Raising prematurity awareness

2018-12-04 06:01
PHOTO:PHINDILE SHOZI  General Practitioner Dr Siphesihle Dlamini said there are many risk factors that can lead to preterm birth.

PHOTO:PHINDILE SHOZI General Practitioner Dr Siphesihle Dlamini said there are many risk factors that can lead to preterm birth.

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SATURDAY, November 17 saw Annual World Prematurity Day commemorated.

Premature birth is said to be the leading cause of death worldwide in children under the age of five.

Renowned baby and childbirth educator Lynne Buff said babies born too early are more susceptible to long-term health problems that affect the brain, the lungs, hearing, and vision.

“Every year, 15 million babies are born premature worldwide; more than one million of these babies die and many more face serious, lifelong health challenges. Preterm birth is truly a problem that can happen to every one of us, irrespective of the country we live in, our culture, or socioeconomic status,” said Buff.

General Practitioner Dr Siphesihle Dlamini said that there are many risk factors that can lead to preterm birth: “You can’t really pinpoint what is the cause of preterm birth, but there are risk factors that are considered, which can be maternal, foetal and pregnancy factors.”

Maternal factors include antenatal care, previous history of preterm delivery, cervical abnormalities, smoking, alcohol, abdominal trauma, and heavy physical work, said the doctor.

“When a woman realises that she’s pregnant, she must make sure that she visits a clinic, gynae or doctor to have the necessary checks so that they may be able to dictate things that might put their pregnancy in danger, which may lead to preterm birth,” Dlamini said.

Foetal factors such as developmental abnormalities, twin pregnancy, and a baby that’s too big might lead to the mother delivering the baby before its due time: “Lastly it’s the pregnancy factors which consist of intrauterine infection; whereby there is an infection within the womb and fibroids, where the doctor might not know that you have them and they will tell that you are due in few weeks because they see that your stomach is big but in fact it’s the fibroids not the baby,” Dlamini explained.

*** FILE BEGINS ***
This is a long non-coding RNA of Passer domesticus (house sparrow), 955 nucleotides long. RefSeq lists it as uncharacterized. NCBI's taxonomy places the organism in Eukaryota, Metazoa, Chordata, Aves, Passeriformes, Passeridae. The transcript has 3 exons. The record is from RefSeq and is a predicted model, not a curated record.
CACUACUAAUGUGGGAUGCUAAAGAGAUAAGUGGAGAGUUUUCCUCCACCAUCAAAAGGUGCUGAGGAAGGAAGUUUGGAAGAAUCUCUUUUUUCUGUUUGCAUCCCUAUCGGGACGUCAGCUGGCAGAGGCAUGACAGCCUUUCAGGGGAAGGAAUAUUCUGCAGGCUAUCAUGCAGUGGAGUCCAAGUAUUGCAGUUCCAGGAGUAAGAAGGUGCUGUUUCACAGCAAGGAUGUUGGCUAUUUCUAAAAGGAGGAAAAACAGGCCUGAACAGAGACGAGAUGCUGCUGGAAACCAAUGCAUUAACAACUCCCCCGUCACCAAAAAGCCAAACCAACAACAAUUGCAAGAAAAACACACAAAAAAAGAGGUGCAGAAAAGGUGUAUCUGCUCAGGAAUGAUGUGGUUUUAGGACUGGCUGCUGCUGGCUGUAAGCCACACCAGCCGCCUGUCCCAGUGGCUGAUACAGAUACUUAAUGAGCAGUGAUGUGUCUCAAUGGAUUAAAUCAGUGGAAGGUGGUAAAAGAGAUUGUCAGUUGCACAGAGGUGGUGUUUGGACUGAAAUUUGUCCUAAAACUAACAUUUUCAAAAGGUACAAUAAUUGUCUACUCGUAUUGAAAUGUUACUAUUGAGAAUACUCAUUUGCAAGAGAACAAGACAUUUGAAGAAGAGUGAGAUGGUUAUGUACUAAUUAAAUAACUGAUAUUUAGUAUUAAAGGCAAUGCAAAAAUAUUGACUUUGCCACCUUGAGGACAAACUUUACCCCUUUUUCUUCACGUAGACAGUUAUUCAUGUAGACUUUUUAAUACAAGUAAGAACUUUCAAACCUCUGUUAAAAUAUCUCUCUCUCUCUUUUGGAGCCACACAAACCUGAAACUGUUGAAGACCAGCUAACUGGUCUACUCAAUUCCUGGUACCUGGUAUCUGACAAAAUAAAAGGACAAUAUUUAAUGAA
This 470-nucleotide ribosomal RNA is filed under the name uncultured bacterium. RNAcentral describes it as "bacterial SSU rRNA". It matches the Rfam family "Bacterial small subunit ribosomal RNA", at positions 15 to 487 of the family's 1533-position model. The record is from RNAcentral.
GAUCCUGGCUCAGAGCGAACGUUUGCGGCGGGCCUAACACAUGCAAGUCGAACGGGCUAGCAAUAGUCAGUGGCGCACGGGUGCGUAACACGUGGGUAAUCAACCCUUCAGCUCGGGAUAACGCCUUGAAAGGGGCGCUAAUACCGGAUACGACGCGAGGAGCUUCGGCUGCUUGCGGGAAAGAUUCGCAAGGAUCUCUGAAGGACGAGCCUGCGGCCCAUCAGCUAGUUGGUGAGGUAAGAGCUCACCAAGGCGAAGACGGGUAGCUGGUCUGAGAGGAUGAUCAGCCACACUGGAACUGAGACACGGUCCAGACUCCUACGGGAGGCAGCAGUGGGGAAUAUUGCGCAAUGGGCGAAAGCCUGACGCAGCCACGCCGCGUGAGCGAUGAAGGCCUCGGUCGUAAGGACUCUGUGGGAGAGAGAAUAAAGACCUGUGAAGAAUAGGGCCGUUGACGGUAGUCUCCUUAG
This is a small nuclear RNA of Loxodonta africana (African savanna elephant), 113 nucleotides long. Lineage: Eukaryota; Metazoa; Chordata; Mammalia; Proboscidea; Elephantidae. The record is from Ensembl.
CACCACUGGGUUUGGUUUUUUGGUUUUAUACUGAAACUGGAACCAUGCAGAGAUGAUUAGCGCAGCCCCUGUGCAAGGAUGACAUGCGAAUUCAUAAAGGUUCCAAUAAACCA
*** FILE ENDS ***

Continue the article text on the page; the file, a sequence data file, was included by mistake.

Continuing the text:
Buff said that, worldwide, one in ten babies is born too early and giving birth to a preterm baby can have significant impact on families.

“Having a baby born too soon is a significant trauma for families, and also represents a severe financial burden for many families due to medical expenses and our often-struggling public healthcare system,” Buff said, adding that in South Africa, neonatal facilities at hospitals are overcrowded.

“The Neonatal Intensive Care Unit (NICU) at the Groote Schuur Hospital reports a frequent occupancy rate of 120% as opposed to the desired 80% occupation rate. This type of overcrowding may lead to an increased risk of infection and further complications for these babies,” she said.

Buff advised that raising awareness of preterm birth is the first step to defeating it as preterm birth rates could be significantly reduced through the spread of information and improved treatment and care: “Moms should be aware of information related to medical conditions which could result in preterm labour and educate themselves on the signs of early labour. It is critical to consult with a midwife or obstetrician as pre-term labour can be halted in many instances,” said the doctor.

Finally, Buff advises expectant moms that they should also look after themselves during pregnancy by having regular antenatal care at the recommended stages of pregnancy and by managing weight gain — around 12 kg is the average over the course of pregnancy. Buff also advised that infected gums produce prostaglandins, the same hormones that initiate labour, saying that soon-to-be-mothers should “visit a dentist at least once during pregnancy and brush teeth at least twice a day and floss.”

She ended by saying:“It is important to realise that in the majority of premature births, there is nothing a mom could have done to prevent it from occurring.”

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